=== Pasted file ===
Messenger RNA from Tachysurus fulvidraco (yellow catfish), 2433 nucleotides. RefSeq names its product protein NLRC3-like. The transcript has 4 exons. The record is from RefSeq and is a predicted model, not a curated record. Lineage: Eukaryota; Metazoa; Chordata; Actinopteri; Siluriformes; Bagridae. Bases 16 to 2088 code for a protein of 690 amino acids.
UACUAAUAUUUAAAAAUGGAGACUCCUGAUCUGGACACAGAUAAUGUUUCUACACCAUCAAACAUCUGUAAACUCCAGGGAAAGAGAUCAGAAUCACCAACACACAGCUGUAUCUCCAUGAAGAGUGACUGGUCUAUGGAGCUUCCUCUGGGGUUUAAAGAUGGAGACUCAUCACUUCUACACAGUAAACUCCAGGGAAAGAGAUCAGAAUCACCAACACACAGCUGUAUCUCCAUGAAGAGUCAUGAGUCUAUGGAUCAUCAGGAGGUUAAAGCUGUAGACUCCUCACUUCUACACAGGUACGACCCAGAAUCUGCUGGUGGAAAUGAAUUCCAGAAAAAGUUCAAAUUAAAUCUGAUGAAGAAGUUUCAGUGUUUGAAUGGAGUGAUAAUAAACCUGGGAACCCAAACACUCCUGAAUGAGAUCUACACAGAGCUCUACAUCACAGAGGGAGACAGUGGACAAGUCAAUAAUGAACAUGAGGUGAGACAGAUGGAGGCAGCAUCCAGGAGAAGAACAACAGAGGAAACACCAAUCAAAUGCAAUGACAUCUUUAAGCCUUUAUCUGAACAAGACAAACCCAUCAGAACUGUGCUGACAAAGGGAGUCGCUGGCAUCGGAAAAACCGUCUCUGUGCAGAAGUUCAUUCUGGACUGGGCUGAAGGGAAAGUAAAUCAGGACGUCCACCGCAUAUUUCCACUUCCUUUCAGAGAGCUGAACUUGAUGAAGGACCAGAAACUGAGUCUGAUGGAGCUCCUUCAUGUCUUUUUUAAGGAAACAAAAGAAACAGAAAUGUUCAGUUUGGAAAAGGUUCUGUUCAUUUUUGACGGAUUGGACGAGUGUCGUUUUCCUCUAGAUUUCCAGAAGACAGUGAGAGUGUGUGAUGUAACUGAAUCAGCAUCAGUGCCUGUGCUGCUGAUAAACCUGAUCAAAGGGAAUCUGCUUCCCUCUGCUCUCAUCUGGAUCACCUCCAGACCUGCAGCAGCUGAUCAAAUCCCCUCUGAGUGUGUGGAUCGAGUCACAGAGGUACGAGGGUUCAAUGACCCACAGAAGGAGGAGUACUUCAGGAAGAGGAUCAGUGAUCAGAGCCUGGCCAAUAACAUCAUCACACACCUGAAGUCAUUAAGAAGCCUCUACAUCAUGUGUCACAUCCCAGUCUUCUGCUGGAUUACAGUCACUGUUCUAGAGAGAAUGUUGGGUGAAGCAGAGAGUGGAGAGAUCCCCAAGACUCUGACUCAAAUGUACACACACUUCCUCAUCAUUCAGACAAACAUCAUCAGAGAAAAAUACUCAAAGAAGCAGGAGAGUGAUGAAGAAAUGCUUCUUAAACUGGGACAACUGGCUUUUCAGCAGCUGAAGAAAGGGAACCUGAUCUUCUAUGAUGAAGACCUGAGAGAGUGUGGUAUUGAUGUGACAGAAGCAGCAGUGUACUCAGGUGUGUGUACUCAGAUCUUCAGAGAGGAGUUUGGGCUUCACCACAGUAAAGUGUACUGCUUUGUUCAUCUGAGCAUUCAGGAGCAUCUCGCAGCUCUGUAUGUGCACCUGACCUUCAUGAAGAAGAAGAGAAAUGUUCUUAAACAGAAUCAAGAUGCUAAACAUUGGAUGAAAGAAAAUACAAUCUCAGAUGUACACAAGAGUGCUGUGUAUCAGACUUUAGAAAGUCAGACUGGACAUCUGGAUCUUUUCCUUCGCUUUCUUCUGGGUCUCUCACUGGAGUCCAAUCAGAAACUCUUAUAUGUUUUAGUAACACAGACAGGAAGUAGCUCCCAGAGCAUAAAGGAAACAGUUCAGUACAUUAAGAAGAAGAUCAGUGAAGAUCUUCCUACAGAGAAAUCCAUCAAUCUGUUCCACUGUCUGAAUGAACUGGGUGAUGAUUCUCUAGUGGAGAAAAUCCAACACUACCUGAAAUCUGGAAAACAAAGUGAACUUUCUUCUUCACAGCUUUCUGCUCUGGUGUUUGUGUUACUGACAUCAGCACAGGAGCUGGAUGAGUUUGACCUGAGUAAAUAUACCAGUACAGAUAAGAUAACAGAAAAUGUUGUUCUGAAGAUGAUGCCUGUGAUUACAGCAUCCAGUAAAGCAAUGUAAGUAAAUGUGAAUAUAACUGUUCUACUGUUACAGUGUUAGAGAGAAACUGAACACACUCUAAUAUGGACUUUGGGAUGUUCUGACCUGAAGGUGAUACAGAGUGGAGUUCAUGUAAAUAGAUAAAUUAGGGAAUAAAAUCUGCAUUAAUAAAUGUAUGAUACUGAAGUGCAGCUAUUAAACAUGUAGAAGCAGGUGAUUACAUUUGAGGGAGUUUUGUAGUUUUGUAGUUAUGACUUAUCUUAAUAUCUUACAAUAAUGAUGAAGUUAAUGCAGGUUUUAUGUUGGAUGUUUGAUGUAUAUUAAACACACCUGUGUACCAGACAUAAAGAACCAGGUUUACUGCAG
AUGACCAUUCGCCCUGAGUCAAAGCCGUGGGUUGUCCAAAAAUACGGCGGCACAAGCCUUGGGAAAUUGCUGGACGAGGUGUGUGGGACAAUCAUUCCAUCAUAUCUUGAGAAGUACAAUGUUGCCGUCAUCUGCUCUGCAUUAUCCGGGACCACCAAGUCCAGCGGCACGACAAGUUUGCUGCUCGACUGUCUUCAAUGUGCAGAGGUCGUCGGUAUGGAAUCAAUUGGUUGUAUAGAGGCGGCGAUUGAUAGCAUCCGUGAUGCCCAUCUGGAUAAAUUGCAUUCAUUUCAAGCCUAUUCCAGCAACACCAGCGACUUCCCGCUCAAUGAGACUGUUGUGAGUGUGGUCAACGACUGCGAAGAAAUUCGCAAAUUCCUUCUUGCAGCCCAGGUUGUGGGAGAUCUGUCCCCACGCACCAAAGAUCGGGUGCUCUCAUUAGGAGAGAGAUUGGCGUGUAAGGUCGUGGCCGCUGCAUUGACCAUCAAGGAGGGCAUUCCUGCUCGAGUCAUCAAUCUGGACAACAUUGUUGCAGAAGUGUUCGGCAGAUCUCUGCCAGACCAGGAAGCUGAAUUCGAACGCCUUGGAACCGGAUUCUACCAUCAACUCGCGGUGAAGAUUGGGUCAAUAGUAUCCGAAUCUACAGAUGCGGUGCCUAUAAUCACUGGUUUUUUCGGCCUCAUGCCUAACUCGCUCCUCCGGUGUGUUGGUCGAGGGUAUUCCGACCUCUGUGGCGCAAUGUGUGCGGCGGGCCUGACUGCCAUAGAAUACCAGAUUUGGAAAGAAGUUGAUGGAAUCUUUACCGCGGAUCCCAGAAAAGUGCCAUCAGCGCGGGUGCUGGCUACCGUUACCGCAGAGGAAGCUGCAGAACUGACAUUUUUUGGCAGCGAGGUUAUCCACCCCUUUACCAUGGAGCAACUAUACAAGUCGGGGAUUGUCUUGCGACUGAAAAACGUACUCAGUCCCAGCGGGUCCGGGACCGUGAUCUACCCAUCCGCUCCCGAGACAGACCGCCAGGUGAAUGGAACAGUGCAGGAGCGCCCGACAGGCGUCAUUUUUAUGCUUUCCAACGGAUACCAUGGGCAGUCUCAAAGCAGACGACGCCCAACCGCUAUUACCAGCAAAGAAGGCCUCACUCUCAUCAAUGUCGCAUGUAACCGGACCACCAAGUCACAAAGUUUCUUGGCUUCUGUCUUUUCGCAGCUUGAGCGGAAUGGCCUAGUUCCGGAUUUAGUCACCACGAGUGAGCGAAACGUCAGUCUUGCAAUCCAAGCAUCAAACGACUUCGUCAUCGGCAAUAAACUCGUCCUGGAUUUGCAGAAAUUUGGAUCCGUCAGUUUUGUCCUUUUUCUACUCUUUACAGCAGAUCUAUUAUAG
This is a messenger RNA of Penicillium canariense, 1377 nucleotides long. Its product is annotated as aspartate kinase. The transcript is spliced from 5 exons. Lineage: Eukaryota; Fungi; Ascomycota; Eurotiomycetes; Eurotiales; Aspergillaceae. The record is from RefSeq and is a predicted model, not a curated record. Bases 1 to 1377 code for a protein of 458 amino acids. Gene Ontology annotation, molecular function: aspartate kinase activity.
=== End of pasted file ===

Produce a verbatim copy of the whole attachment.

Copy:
Messenger RNA from Tachysurus fulvidraco (yellow catfish), 2433 nucleotides. RefSeq names its product protein NLRC3-like. The transcript has 4 exons. The record is from RefSeq and is a predicted model, not a curated record. Lineage: Eukaryota; Metazoa; Chordata; Actinopteri; Siluriformes; Bagridae. Bases 16 to 2088 code for a protein of 690 amino acids.
UACUAAUAUUUAAAAAUGGAGACUCCUGAUCUGGACACAGAUAAUGUUUCUACACCAUCAAACAUCUGUAAACUCCAGGGAAAGAGAUCAGAAUCACCAACACACAGCUGUAUCUCCAUGAAGAGUGACUGGUCUAUGGAGCUUCCUCUGGGGUUUAAAGAUGGAGACUCAUCACUUCUACACAGUAAACUCCAGGGAAAGAGAUCAGAAUCACCAACACACAGCUGUAUCUCCAUGAAGAGUCAUGAGUCUAUGGAUCAUCAGGAGGUUAAAGCUGUAGACUCCUCACUUCUACACAGGUACGACCCAGAAUCUGCUGGUGGAAAUGAAUUCCAGAAAAAGUUCAAAUUAAAUCUGAUGAAGAAGUUUCAGUGUUUGAAUGGAGUGAUAAUAAACCUGGGAACCCAAACACUCCUGAAUGAGAUCUACACAGAGCUCUACAUCACAGAGGGAGACAGUGGACAAGUCAAUAAUGAACAUGAGGUGAGACAGAUGGAGGCAGCAUCCAGGAGAAGAACAACAGAGGAAACACCAAUCAAAUGCAAUGACAUCUUUAAGCCUUUAUCUGAACAAGACAAACCCAUCAGAACUGUGCUGACAAAGGGAGUCGCUGGCAUCGGAAAAACCGUCUCUGUGCAGAAGUUCAUUCUGGACUGGGCUGAAGGGAAAGUAAAUCAGGACGUCCACCGCAUAUUUCCACUUCCUUUCAGAGAGCUGAACUUGAUGAAGGACCAGAAACUGAGUCUGAUGGAGCUCCUUCAUGUCUUUUUUAAGGAAACAAAAGAAACAGAAAUGUUCAGUUUGGAAAAGGUUCUGUUCAUUUUUGACGGAUUGGACGAGUGUCGUUUUCCUCUAGAUUUCCAGAAGACAGUGAGAGUGUGUGAUGUAACUGAAUCAGCAUCAGUGCCUGUGCUGCUGAUAAACCUGAUCAAAGGGAAUCUGCUUCCCUCUGCUCUCAUCUGGAUCACCUCCAGACCUGCAGCAGCUGAUCAAAUCCCCUCUGAGUGUGUGGAUCGAGUCACAGAGGUACGAGGGUUCAAUGACCCACAGAAGGAGGAGUACUUCAGGAAGAGGAUCAGUGAUCAGAGCCUGGCCAAUAACAUCAUCACACACCUGAAGUCAUUAAGAAGCCUCUACAUCAUGUGUCACAUCCCAGUCUUCUGCUGGAUUACAGUCACUGUUCUAGAGAGAAUGUUGGGUGAAGCAGAGAGUGGAGAGAUCCCCAAGACUCUGACUCAAAUGUACACACACUUCCUCAUCAUUCAGACAAACAUCAUCAGAGAAAAAUACUCAAAGAAGCAGGAGAGUGAUGAAGAAAUGCUUCUUAAACUGGGACAACUGGCUUUUCAGCAGCUGAAGAAAGGGAACCUGAUCUUCUAUGAUGAAGACCUGAGAGAGUGUGGUAUUGAUGUGACAGAAGCAGCAGUGUACUCAGGUGUGUGUACUCAGAUCUUCAGAGAGGAGUUUGGGCUUCACCACAGUAAAGUGUACUGCUUUGUUCAUCUGAGCAUUCAGGAGCAUCUCGCAGCUCUGUAUGUGCACCUGACCUUCAUGAAGAAGAAGAGAAAUGUUCUUAAACAGAAUCAAGAUGCUAAACAUUGGAUGAAAGAAAAUACAAUCUCAGAUGUACACAAGAGUGCUGUGUAUCAGACUUUAGAAAGUCAGACUGGACAUCUGGAUCUUUUCCUUCGCUUUCUUCUGGGUCUCUCACUGGAGUCCAAUCAGAAACUCUUAUAUGUUUUAGUAACACAGACAGGAAGUAGCUCCCAGAGCAUAAAGGAAACAGUUCAGUACAUUAAGAAGAAGAUCAGUGAAGAUCUUCCUACAGAGAAAUCCAUCAAUCUGUUCCACUGUCUGAAUGAACUGGGUGAUGAUUCUCUAGUGGAGAAAAUCCAACACUACCUGAAAUCUGGAAAACAAAGUGAACUUUCUUCUUCACAGCUUUCUGCUCUGGUGUUUGUGUUACUGACAUCAGCACAGGAGCUGGAUGAGUUUGACCUGAGUAAAUAUACCAGUACAGAUAAGAUAACAGAAAAUGUUGUUCUGAAGAUGAUGCCUGUGAUUACAGCAUCCAGUAAAGCAAUGUAAGUAAAUGUGAAUAUAACUGUUCUACUGUUACAGUGUUAGAGAGAAACUGAACACACUCUAAUAUGGACUUUGGGAUGUUCUGACCUGAAGGUGAUACAGAGUGGAGUUCAUGUAAAUAGAUAAAUUAGGGAAUAAAAUCUGCAUUAAUAAAUGUAUGAUACUGAAGUGCAGCUAUUAAACAUGUAGAAGCAGGUGAUUACAUUUGAGGGAGUUUUGUAGUUUUGUAGUUAUGACUUAUCUUAAUAUCUUACAAUAAUGAUGAAGUUAAUGCAGGUUUUAUGUUGGAUGUUUGAUGUAUAUUAAACACACCUGUGUACCAGACAUAAAGAACCAGGUUUACUGCAG
AUGACCAUUCGCCCUGAGUCAAAGCCGUGGGUUGUCCAAAAAUACGGCGGCACAAGCCUUGGGAAAUUGCUGGACGAGGUGUGUGGGACAAUCAUUCCAUCAUAUCUUGAGAAGUACAAUGUUGCCGUCAUCUGCUCUGCAUUAUCCGGGACCACCAAGUCCAGCGGCACGACAAGUUUGCUGCUCGACUGUCUUCAAUGUGCAGAGGUCGUCGGUAUGGAAUCAAUUGGUUGUAUAGAGGCGGCGAUUGAUAGCAUCCGUGAUGCCCAUCUGGAUAAAUUGCAUUCAUUUCAAGCCUAUUCCAGCAACACCAGCGACUUCCCGCUCAAUGAGACUGUUGUGAGUGUGGUCAACGACUGCGAAGAAAUUCGCAAAUUCCUUCUUGCAGCCCAGGUUGUGGGAGAUCUGUCCCCACGCACCAAAGAUCGGGUGCUCUCAUUAGGAGAGAGAUUGGCGUGUAAGGUCGUGGCCGCUGCAUUGACCAUCAAGGAGGGCAUUCCUGCUCGAGUCAUCAAUCUGGACAACAUUGUUGCAGAAGUGUUCGGCAGAUCUCUGCCAGACCAGGAAGCUGAAUUCGAACGCCUUGGAACCGGAUUCUACCAUCAACUCGCGGUGAAGAUUGGGUCAAUAGUAUCCGAAUCUACAGAUGCGGUGCCUAUAAUCACUGGUUUUUUCGGCCUCAUGCCUAACUCGCUCCUCCGGUGUGUUGGUCGAGGGUAUUCCGACCUCUGUGGCGCAAUGUGUGCGGCGGGCCUGACUGCCAUAGAAUACCAGAUUUGGAAAGAAGUUGAUGGAAUCUUUACCGCGGAUCCCAGAAAAGUGCCAUCAGCGCGGGUGCUGGCUACCGUUACCGCAGAGGAAGCUGCAGAACUGACAUUUUUUGGCAGCGAGGUUAUCCACCCCUUUACCAUGGAGCAACUAUACAAGUCGGGGAUUGUCUUGCGACUGAAAAACGUACUCAGUCCCAGCGGGUCCGGGACCGUGAUCUACCCAUCCGCUCCCGAGACAGACCGCCAGGUGAAUGGAACAGUGCAGGAGCGCCCGACAGGCGUCAUUUUUAUGCUUUCCAACGGAUACCAUGGGCAGUCUCAAAGCAGACGACGCCCAACCGCUAUUACCAGCAAAGAAGGCCUCACUCUCAUCAAUGUCGCAUGUAACCGGACCACCAAGUCACAAAGUUUCUUGGCUUCUGUCUUUUCGCAGCUUGAGCGGAAUGGCCUAGUUCCGGAUUUAGUCACCACGAGUGAGCGAAACGUCAGUCUUGCAAUCCAAGCAUCAAACGACUUCGUCAUCGGCAAUAAACUCGUCCUGGAUUUGCAGAAAUUUGGAUCCGUCAGUUUUGUCCUUUUUCUACUCUUUACAGCAGAUCUAUUAUAG
This is a messenger RNA of Penicillium canariense, 1377 nucleotides long. Its product is annotated as aspartate kinase. The transcript is spliced from 5 exons. Lineage: Eukaryota; Fungi; Ascomycota; Eurotiomycetes; Eurotiales; Aspergillaceae. The record is from RefSeq and is a predicted model, not a curated record. Bases 1 to 1377 code for a protein of 458 amino acids. Gene Ontology annotation, molecular function: aspartate kinase activity.